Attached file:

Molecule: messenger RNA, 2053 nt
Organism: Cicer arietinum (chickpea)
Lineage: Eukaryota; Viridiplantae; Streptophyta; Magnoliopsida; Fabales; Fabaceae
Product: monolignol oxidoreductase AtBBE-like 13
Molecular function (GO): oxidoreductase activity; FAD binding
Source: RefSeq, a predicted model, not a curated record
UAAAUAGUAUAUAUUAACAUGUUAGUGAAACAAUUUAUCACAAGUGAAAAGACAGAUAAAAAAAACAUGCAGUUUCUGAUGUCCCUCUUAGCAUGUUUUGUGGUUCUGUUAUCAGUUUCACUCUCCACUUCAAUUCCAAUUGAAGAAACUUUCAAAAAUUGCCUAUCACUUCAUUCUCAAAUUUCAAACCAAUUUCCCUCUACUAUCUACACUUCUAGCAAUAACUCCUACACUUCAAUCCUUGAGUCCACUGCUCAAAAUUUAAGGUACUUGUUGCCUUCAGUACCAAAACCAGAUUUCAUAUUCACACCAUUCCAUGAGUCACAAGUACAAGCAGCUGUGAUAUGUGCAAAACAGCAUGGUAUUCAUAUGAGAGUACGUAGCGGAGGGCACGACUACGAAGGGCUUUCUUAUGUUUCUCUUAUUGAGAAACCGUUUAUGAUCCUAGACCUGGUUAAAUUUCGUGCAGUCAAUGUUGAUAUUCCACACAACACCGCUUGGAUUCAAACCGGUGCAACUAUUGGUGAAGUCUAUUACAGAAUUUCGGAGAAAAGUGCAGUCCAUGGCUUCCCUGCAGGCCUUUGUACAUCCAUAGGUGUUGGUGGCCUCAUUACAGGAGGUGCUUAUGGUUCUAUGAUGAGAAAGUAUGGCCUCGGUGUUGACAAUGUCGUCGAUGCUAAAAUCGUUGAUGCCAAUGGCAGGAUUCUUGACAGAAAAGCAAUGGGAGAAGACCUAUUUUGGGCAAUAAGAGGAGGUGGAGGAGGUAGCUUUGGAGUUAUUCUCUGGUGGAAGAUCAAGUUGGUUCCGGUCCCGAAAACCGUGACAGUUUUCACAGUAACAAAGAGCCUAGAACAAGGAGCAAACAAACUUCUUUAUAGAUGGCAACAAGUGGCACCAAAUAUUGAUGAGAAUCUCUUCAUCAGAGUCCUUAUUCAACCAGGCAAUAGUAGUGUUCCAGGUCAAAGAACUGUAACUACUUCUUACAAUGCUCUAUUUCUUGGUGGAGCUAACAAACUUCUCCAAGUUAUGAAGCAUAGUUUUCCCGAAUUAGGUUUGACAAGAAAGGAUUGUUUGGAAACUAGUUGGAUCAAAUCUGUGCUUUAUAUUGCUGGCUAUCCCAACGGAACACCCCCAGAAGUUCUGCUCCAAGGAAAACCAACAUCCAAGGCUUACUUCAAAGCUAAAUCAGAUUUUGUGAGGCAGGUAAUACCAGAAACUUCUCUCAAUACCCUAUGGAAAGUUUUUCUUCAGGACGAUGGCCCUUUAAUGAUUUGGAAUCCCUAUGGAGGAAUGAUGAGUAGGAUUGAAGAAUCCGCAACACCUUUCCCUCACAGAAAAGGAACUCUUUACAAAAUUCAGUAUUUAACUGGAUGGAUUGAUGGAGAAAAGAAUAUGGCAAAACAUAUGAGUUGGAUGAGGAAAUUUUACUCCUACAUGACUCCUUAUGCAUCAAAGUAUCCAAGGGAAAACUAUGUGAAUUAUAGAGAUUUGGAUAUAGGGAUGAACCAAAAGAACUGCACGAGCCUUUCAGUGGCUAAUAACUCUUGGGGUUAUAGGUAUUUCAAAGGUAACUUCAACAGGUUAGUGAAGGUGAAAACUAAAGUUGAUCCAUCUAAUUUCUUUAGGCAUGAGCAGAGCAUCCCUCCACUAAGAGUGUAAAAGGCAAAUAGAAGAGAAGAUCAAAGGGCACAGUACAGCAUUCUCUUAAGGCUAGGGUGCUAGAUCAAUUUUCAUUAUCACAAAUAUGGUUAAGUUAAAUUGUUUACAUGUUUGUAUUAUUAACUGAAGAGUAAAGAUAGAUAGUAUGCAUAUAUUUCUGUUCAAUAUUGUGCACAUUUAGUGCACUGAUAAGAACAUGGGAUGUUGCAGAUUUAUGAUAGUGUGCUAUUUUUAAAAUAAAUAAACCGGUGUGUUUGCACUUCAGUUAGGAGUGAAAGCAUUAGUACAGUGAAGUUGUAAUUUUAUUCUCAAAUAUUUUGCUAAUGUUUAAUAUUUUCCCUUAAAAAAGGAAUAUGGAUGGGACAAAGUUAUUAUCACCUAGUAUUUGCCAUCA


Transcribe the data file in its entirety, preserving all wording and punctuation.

Molecule: messenger RNA, 2053 nt
Organism: Cicer arietinum (chickpea)
Lineage: Eukaryota; Viridiplantae; Streptophyta; Magnoliopsida; Fabales; Fabaceae
Product: monolignol oxidoreductase AtBBE-like 13
Molecular function (GO): oxidoreductase activity; FAD binding
Source: RefSeq, a predicted model, not a curated record
UAAAUAGUAUAUAUUAACAUGUUAGUGAAACAAUUUAUCACAAGUGAAAAGACAGAUAAAAAAAACAUGCAGUUUCUGAUGUCCCUCUUAGCAUGUUUUGUGGUUCUGUUAUCAGUUUCACUCUCCACUUCAAUUCCAAUUGAAGAAACUUUCAAAAAUUGCCUAUCACUUCAUUCUCAAAUUUCAAACCAAUUUCCCUCUACUAUCUACACUUCUAGCAAUAACUCCUACACUUCAAUCCUUGAGUCCACUGCUCAAAAUUUAAGGUACUUGUUGCCUUCAGUACCAAAACCAGAUUUCAUAUUCACACCAUUCCAUGAGUCACAAGUACAAGCAGCUGUGAUAUGUGCAAAACAGCAUGGUAUUCAUAUGAGAGUACGUAGCGGAGGGCACGACUACGAAGGGCUUUCUUAUGUUUCUCUUAUUGAGAAACCGUUUAUGAUCCUAGACCUGGUUAAAUUUCGUGCAGUCAAUGUUGAUAUUCCACACAACACCGCUUGGAUUCAAACCGGUGCAACUAUUGGUGAAGUCUAUUACAGAAUUUCGGAGAAAAGUGCAGUCCAUGGCUUCCCUGCAGGCCUUUGUACAUCCAUAGGUGUUGGUGGCCUCAUUACAGGAGGUGCUUAUGGUUCUAUGAUGAGAAAGUAUGGCCUCGGUGUUGACAAUGUCGUCGAUGCUAAAAUCGUUGAUGCCAAUGGCAGGAUUCUUGACAGAAAAGCAAUGGGAGAAGACCUAUUUUGGGCAAUAAGAGGAGGUGGAGGAGGUAGCUUUGGAGUUAUUCUCUGGUGGAAGAUCAAGUUGGUUCCGGUCCCGAAAACCGUGACAGUUUUCACAGUAACAAAGAGCCUAGAACAAGGAGCAAACAAACUUCUUUAUAGAUGGCAACAAGUGGCACCAAAUAUUGAUGAGAAUCUCUUCAUCAGAGUCCUUAUUCAACCAGGCAAUAGUAGUGUUCCAGGUCAAAGAACUGUAACUACUUCUUACAAUGCUCUAUUUCUUGGUGGAGCUAACAAACUUCUCCAAGUUAUGAAGCAUAGUUUUCCCGAAUUAGGUUUGACAAGAAAGGAUUGUUUGGAAACUAGUUGGAUCAAAUCUGUGCUUUAUAUUGCUGGCUAUCCCAACGGAACACCCCCAGAAGUUCUGCUCCAAGGAAAACCAACAUCCAAGGCUUACUUCAAAGCUAAAUCAGAUUUUGUGAGGCAGGUAAUACCAGAAACUUCUCUCAAUACCCUAUGGAAAGUUUUUCUUCAGGACGAUGGCCCUUUAAUGAUUUGGAAUCCCUAUGGAGGAAUGAUGAGUAGGAUUGAAGAAUCCGCAACACCUUUCCCUCACAGAAAAGGAACUCUUUACAAAAUUCAGUAUUUAACUGGAUGGAUUGAUGGAGAAAAGAAUAUGGCAAAACAUAUGAGUUGGAUGAGGAAAUUUUACUCCUACAUGACUCCUUAUGCAUCAAAGUAUCCAAGGGAAAACUAUGUGAAUUAUAGAGAUUUGGAUAUAGGGAUGAACCAAAAGAACUGCACGAGCCUUUCAGUGGCUAAUAACUCUUGGGGUUAUAGGUAUUUCAAAGGUAACUUCAACAGGUUAGUGAAGGUGAAAACUAAAGUUGAUCCAUCUAAUUUCUUUAGGCAUGAGCAGAGCAUCCCUCCACUAAGAGUGUAAAAGGCAAAUAGAAGAGAAGAUCAAAGGGCACAGUACAGCAUUCUCUUAAGGCUAGGGUGCUAGAUCAAUUUUCAUUAUCACAAAUAUGGUUAAGUUAAAUUGUUUACAUGUUUGUAUUAUUAACUGAAGAGUAAAGAUAGAUAGUAUGCAUAUAUUUCUGUUCAAUAUUGUGCACAUUUAGUGCACUGAUAAGAACAUGGGAUGUUGCAGAUUUAUGAUAGUGUGCUAUUUUUAAAAUAAAUAAACCGGUGUGUUUGCACUUCAGUUAGGAGUGAAAGCAUUAGUACAGUGAAGUUGUAAUUUUAUUCUCAAAUAUUUUGCUAAUGUUUAAUAUUUUCCCUUAAAAAAGGAAUAUGGAUGGGACAAAGUUAUUAUCACCUAGUAUUUGCCAUCA